Enjoying a cup of “suppe” in Riehen, a small Swiss village.

I was what they call a “hybrid mom”. The so-called balance of a demanding career in Marketing & Business Development and two kids and a husband at home.  In 2008, I made the surprisingly easy decision to quit my career and stay home with my action-packed twin boys (then 3 years old). After a year of living in Switzerland and falling in love with the beauty of Europe, we moved to the US to pursue my husband’s dream job.

It soon became clear that my old habits in walk-everywhere-Europe were not going to work so well in drive-everywhere-America and I embarked on an intense fitness challenge for 30 days and immediately after that, picked up kettlebells for the first time and never looked back. Before I knew what was happening, my mother and sisters were no longer my only blog subscribers and strangers from all over the blogosphere were thanking me for my no-nonsense inspiration.

I’ve come a long way from those early days of counting calories. I now care more about the quality of each calorie than I do the quantity. Using this lifestyle approach to eating and being well, I have coached dozens of women all over the world and helped them lose weight, get strong, and find better versions of themselves, both inside and out. Now as a certified Nutrition Coach with Precision Nutrition, I am coaching even more women in finding their inner health maven!


My story starts with a simple biological truth: our bodies are meant to be lean and mean.  We wouldn’t have survived this long any other way and we’re certainly not surviving well now that most of us are living large. For years, I failed to admit this simple truth and sabotaged myself with lies and excuses.

At just under 5’5″, I spent my teenage years as a chubby 140 pounds and a size 10. With more resignation than contentment, I acted as if I was confident in my own skin but in truth, I spent all my time finding clothes that hid my problem areas and was secretly envious of my younger sister’s svelte frame. I would console myself by blaming fate for her being “the skinny one in the family” and bought into the comfortable excuse that my body was made to be “curvy”.

At 19 and recently engaged, a coworker suggested we start running in preparation for my upcoming wedding. I started running 15km a week, cut all white flour/white sugar, and quickly lost nearly 20 pounds.  I cried in the change room when I slipped into a pair of size two pants. I honest-to-goodness sat there on the floor and cried. As if a veil had just been removed from my eyes, I finally realized that all these years, I had never been happy with my body and yet I was lying to myself and sabotaging my own potential the entire time. I had been my own worst enemy, allowing complacent excuses to become “truth” and it wasn’t even truth at all! Now, at this point, I was 19 and “skinny fat”. I didn’t look haggard or like I had an eating disorder but I had little muscle definition and was still a bit flabby in my weaker areas (thank you genetics!). I hovered around 120-130 lbs for the next few years and then got pregnant with twins.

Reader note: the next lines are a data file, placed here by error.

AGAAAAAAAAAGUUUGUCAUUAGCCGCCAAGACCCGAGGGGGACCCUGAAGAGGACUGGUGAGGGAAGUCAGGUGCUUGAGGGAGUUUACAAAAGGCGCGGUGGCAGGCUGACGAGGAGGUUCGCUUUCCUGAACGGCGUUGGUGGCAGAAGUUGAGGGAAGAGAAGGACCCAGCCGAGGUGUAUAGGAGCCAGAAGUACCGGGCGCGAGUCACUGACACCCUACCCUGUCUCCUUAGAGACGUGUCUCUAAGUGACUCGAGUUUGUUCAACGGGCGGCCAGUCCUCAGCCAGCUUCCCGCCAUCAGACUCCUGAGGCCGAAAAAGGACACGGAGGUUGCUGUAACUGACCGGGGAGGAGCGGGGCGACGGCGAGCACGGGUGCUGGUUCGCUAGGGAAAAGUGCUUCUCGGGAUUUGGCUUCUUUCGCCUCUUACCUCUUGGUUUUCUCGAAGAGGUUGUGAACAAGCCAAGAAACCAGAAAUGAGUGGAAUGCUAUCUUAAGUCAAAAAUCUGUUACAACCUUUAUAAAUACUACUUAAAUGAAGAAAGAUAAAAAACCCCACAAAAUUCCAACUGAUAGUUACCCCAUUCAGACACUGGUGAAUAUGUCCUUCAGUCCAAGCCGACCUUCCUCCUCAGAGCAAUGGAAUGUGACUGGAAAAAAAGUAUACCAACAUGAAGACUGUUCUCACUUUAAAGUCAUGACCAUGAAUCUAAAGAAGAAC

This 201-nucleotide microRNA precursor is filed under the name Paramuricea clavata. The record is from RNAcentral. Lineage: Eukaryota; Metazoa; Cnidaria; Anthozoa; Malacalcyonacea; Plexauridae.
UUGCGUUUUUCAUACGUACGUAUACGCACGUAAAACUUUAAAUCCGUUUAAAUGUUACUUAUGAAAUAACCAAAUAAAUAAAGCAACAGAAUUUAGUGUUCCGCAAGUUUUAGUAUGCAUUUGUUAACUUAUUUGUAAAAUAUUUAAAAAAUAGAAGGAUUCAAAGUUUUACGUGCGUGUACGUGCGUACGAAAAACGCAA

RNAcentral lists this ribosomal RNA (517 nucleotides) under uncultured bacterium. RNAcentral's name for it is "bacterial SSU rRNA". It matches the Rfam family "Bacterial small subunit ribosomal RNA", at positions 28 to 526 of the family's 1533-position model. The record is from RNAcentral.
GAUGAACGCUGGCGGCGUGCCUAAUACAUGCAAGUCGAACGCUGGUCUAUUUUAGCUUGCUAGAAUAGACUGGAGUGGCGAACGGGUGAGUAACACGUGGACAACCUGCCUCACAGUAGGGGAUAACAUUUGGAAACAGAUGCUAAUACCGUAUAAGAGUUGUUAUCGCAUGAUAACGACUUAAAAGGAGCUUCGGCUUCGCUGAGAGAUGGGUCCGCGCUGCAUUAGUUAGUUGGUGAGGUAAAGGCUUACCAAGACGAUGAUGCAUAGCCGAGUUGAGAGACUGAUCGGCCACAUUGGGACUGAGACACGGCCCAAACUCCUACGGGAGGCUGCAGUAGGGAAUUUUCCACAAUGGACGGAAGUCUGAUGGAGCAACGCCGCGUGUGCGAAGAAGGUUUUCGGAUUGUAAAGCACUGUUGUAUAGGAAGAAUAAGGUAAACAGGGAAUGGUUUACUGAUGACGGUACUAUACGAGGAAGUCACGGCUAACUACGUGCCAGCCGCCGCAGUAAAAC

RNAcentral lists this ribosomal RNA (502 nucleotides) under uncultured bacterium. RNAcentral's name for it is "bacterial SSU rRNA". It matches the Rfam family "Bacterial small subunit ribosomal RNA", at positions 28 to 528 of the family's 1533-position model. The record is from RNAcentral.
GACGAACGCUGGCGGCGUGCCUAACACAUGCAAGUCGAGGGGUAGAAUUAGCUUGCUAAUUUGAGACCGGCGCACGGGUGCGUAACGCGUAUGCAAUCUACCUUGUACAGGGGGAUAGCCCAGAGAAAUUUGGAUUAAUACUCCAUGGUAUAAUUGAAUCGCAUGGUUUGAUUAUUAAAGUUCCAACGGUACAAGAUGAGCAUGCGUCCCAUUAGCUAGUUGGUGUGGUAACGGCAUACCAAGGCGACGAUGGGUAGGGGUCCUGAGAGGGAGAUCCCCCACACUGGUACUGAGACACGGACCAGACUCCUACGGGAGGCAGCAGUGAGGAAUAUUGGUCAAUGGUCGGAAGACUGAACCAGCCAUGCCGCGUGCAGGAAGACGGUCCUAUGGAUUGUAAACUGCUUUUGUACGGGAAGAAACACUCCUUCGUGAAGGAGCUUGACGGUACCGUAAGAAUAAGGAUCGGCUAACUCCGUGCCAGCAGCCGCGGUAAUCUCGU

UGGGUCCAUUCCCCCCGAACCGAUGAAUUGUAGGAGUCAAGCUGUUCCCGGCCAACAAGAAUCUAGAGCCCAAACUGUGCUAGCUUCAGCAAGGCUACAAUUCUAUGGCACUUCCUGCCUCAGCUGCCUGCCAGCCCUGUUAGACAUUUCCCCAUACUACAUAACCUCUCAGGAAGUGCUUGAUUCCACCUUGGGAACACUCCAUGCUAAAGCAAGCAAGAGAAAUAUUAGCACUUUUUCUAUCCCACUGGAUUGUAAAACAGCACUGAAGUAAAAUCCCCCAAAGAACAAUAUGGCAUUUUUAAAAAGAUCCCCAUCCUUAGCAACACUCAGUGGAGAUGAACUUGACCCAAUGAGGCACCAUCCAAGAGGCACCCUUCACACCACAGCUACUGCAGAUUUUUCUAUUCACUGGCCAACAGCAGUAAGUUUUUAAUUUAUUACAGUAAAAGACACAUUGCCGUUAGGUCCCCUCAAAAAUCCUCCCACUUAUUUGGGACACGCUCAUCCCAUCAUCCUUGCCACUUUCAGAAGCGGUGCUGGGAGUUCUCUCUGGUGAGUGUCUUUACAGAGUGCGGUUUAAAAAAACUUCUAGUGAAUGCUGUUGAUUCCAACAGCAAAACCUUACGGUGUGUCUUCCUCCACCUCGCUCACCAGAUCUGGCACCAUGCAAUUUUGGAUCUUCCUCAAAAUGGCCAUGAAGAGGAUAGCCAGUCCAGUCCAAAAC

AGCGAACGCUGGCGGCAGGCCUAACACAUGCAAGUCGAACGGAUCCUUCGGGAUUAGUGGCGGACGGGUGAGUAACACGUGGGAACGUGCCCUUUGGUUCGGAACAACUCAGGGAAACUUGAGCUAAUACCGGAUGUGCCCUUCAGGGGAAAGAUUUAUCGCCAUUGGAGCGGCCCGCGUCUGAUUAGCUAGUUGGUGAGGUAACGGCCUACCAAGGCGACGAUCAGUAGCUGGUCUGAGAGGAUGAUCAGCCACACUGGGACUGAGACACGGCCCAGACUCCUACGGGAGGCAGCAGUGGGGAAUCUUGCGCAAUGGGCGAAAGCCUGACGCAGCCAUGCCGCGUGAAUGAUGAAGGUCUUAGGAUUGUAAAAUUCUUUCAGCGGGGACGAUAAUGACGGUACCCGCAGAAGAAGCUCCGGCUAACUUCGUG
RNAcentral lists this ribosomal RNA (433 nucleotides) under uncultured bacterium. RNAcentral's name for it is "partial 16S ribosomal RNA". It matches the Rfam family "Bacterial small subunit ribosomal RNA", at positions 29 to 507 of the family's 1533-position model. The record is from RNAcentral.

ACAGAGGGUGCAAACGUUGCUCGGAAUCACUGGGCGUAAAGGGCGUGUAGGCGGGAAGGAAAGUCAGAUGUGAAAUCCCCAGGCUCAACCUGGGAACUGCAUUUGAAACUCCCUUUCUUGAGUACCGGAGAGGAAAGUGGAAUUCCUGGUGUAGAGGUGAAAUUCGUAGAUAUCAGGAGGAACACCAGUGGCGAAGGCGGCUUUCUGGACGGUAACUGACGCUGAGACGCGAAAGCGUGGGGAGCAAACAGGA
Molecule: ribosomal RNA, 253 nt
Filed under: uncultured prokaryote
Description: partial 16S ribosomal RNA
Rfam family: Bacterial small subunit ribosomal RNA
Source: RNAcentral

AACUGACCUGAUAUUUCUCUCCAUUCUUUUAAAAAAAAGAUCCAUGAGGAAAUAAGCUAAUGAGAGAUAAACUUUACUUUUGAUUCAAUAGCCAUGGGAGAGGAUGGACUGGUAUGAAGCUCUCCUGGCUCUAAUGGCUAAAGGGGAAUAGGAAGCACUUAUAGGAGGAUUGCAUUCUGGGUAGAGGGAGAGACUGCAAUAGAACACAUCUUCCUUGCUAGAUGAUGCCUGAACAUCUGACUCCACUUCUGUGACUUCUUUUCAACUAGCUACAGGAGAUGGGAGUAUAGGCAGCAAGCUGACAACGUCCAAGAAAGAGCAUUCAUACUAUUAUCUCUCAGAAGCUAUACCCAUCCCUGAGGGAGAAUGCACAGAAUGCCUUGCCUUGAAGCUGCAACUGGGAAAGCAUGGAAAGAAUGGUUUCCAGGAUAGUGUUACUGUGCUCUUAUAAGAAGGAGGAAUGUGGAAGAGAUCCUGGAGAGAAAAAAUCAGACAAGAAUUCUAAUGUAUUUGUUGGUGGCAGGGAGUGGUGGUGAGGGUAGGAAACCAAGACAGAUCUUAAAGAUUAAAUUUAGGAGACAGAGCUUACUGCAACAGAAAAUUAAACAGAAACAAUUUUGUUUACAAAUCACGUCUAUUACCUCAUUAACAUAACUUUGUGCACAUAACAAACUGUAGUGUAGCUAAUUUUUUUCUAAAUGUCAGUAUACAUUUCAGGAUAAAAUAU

After an awful bedrest pregnancy (fueled by pepperoni and ice-cream), I hit 205 pounds. With atrophied muscles and newborn twins, I was simply too tired to even think about going to the gym.  For the first time in my life, I had to really consider what I was eating. It started with a somewhat naive question, asked of my local Starbucks barista, and that one question would change my life forever. I went on to discover the science of nutrition, the impact of a calorie, and quickly lost all of the baby weight. From there, I added weight lifting and plyometrics (body weight exercises), HIIT cardio instead of steady-state cardio, and some intermittent fasting, too. All of this re-training and re-educating myself led me to a lean and mean 125 pounds — 20 pounds LOWER than my pre-baby weight. I stayed there for years, maintaining without “dieting” and eating clean 75% of the time. Even after moving to Europe and devouring entire jars of Nutella, melt-in-your-mouth white bread and amazing Swiss chocolate for a year straight, I had finally found a healthy balance of clean eating and effective exercise. Thanks to the science of calorie counting, I no longer look at food as a way to soothe my emotions but rather, as fuel for my body. It’s just numbers when you really break it down. Once you get that figured out, you can take it to the next level: eating the best calories for your unique needs.